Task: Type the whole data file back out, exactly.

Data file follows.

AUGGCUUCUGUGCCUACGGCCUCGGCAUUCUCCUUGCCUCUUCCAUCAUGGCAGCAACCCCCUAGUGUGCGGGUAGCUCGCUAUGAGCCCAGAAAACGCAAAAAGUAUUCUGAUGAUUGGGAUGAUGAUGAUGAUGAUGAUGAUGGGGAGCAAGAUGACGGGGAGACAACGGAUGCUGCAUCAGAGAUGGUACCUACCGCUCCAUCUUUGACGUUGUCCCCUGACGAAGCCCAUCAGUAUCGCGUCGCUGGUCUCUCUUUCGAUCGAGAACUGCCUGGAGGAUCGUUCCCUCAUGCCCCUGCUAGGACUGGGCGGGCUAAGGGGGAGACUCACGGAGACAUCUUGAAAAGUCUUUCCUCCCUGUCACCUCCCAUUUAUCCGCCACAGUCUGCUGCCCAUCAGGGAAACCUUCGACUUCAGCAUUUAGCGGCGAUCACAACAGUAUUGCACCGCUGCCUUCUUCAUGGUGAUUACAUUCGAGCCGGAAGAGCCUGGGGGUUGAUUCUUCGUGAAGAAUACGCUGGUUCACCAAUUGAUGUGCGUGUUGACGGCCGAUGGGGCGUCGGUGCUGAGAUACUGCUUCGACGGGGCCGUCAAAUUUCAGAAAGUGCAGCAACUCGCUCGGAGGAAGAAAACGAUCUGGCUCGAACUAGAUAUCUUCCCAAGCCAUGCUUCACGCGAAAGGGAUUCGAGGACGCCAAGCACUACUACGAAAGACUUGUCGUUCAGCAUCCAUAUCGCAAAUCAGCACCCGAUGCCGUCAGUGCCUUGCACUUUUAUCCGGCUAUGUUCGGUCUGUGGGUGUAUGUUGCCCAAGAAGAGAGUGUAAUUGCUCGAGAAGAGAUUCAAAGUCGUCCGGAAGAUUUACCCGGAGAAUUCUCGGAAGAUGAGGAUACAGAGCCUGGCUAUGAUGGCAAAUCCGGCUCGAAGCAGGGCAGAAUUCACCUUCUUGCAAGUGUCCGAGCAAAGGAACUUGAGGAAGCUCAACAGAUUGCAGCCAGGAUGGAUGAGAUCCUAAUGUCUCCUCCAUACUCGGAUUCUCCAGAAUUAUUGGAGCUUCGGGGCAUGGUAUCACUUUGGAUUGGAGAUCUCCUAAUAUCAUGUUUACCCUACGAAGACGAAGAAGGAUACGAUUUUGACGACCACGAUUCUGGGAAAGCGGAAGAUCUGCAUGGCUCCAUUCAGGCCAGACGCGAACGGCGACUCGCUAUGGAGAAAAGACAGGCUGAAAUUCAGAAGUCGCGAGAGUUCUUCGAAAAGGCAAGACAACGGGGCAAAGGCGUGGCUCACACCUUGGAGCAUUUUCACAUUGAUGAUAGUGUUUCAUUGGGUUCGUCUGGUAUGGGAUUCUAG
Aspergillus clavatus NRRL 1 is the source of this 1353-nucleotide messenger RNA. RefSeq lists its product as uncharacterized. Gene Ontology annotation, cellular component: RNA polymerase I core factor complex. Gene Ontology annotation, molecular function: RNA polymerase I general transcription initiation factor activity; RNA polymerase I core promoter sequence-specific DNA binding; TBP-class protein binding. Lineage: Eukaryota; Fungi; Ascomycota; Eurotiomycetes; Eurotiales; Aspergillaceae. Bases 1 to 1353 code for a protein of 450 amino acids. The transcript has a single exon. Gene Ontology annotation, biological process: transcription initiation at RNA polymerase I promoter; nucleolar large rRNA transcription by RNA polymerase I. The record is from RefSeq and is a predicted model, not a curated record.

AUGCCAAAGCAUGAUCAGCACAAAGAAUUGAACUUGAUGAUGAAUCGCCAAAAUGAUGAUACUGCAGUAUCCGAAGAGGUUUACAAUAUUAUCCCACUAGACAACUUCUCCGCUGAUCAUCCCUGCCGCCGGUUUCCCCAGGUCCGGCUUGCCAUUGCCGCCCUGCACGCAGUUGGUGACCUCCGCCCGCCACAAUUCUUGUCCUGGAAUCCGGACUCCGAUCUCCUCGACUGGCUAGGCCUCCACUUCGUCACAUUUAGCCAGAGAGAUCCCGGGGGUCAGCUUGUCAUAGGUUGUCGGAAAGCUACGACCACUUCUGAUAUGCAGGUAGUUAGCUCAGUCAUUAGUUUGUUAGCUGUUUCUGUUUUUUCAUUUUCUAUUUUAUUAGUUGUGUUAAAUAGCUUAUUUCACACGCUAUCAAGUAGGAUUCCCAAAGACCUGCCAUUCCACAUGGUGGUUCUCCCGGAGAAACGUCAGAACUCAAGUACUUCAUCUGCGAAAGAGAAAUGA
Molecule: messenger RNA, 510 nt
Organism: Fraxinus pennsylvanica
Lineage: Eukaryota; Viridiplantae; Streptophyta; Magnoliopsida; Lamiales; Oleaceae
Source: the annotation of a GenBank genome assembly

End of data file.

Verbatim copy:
AUGGCUUCUGUGCCUACGGCCUCGGCAUUCUCCUUGCCUCUUCCAUCAUGGCAGCAACCCCCUAGUGUGCGGGUAGCUCGCUAUGAGCCCAGAAAACGCAAAAAGUAUUCUGAUGAUUGGGAUGAUGAUGAUGAUGAUGAUGAUGGGGAGCAAGAUGACGGGGAGACAACGGAUGCUGCAUCAGAGAUGGUACCUACCGCUCCAUCUUUGACGUUGUCCCCUGACGAAGCCCAUCAGUAUCGCGUCGCUGGUCUCUCUUUCGAUCGAGAACUGCCUGGAGGAUCGUUCCCUCAUGCCCCUGCUAGGACUGGGCGGGCUAAGGGGGAGACUCACGGAGACAUCUUGAAAAGUCUUUCCUCCCUGUCACCUCCCAUUUAUCCGCCACAGUCUGCUGCCCAUCAGGGAAACCUUCGACUUCAGCAUUUAGCGGCGAUCACAACAGUAUUGCACCGCUGCCUUCUUCAUGGUGAUUACAUUCGAGCCGGAAGAGCCUGGGGGUUGAUUCUUCGUGAAGAAUACGCUGGUUCACCAAUUGAUGUGCGUGUUGACGGCCGAUGGGGCGUCGGUGCUGAGAUACUGCUUCGACGGGGCCGUCAAAUUUCAGAAAGUGCAGCAACUCGCUCGGAGGAAGAAAACGAUCUGGCUCGAACUAGAUAUCUUCCCAAGCCAUGCUUCACGCGAAAGGGAUUCGAGGACGCCAAGCACUACUACGAAAGACUUGUCGUUCAGCAUCCAUAUCGCAAAUCAGCACCCGAUGCCGUCAGUGCCUUGCACUUUUAUCCGGCUAUGUUCGGUCUGUGGGUGUAUGUUGCCCAAGAAGAGAGUGUAAUUGCUCGAGAAGAGAUUCAAAGUCGUCCGGAAGAUUUACCCGGAGAAUUCUCGGAAGAUGAGGAUACAGAGCCUGGCUAUGAUGGCAAAUCCGGCUCGAAGCAGGGCAGAAUUCACCUUCUUGCAAGUGUCCGAGCAAAGGAACUUGAGGAAGCUCAACAGAUUGCAGCCAGGAUGGAUGAGAUCCUAAUGUCUCCUCCAUACUCGGAUUCUCCAGAAUUAUUGGAGCUUCGGGGCAUGGUAUCACUUUGGAUUGGAGAUCUCCUAAUAUCAUGUUUACCCUACGAAGACGAAGAAGGAUACGAUUUUGACGACCACGAUUCUGGGAAAGCGGAAGAUCUGCAUGGCUCCAUUCAGGCCAGACGCGAACGGCGACUCGCUAUGGAGAAAAGACAGGCUGAAAUUCAGAAGUCGCGAGAGUUCUUCGAAAAGGCAAGACAACGGGGCAAAGGCGUGGCUCACACCUUGGAGCAUUUUCACAUUGAUGAUAGUGUUUCAUUGGGUUCGUCUGGUAUGGGAUUCUAG
Aspergillus clavatus NRRL 1 is the source of this 1353-nucleotide messenger RNA. RefSeq lists its product as uncharacterized. Gene Ontology annotation, cellular component: RNA polymerase I core factor complex. Gene Ontology annotation, molecular function: RNA polymerase I general transcription initiation factor activity; RNA polymerase I core promoter sequence-specific DNA binding; TBP-class protein binding. Lineage: Eukaryota; Fungi; Ascomycota; Eurotiomycetes; Eurotiales; Aspergillaceae. Bases 1 to 1353 code for a protein of 450 amino acids. The transcript has a single exon. Gene Ontology annotation, biological process: transcription initiation at RNA polymerase I promoter; nucleolar large rRNA transcription by RNA polymerase I. The record is from RefSeq and is a predicted model, not a curated record.

AUGCCAAAGCAUGAUCAGCACAAAGAAUUGAACUUGAUGAUGAAUCGCCAAAAUGAUGAUACUGCAGUAUCCGAAGAGGUUUACAAUAUUAUCCCACUAGACAACUUCUCCGCUGAUCAUCCCUGCCGCCGGUUUCCCCAGGUCCGGCUUGCCAUUGCCGCCCUGCACGCAGUUGGUGACCUCCGCCCGCCACAAUUCUUGUCCUGGAAUCCGGACUCCGAUCUCCUCGACUGGCUAGGCCUCCACUUCGUCACAUUUAGCCAGAGAGAUCCCGGGGGUCAGCUUGUCAUAGGUUGUCGGAAAGCUACGACCACUUCUGAUAUGCAGGUAGUUAGCUCAGUCAUUAGUUUGUUAGCUGUUUCUGUUUUUUCAUUUUCUAUUUUAUUAGUUGUGUUAAAUAGCUUAUUUCACACGCUAUCAAGUAGGAUUCCCAAAGACCUGCCAUUCCACAUGGUGGUUCUCCCGGAGAAACGUCAGAACUCAAGUACUUCAUCUGCGAAAGAGAAAUGA
Molecule: messenger RNA, 510 nt
Organism: Fraxinus pennsylvanica
Lineage: Eukaryota; Viridiplantae; Streptophyta; Magnoliopsida; Lamiales; Oleaceae
Source: the annotation of a GenBank genome assembly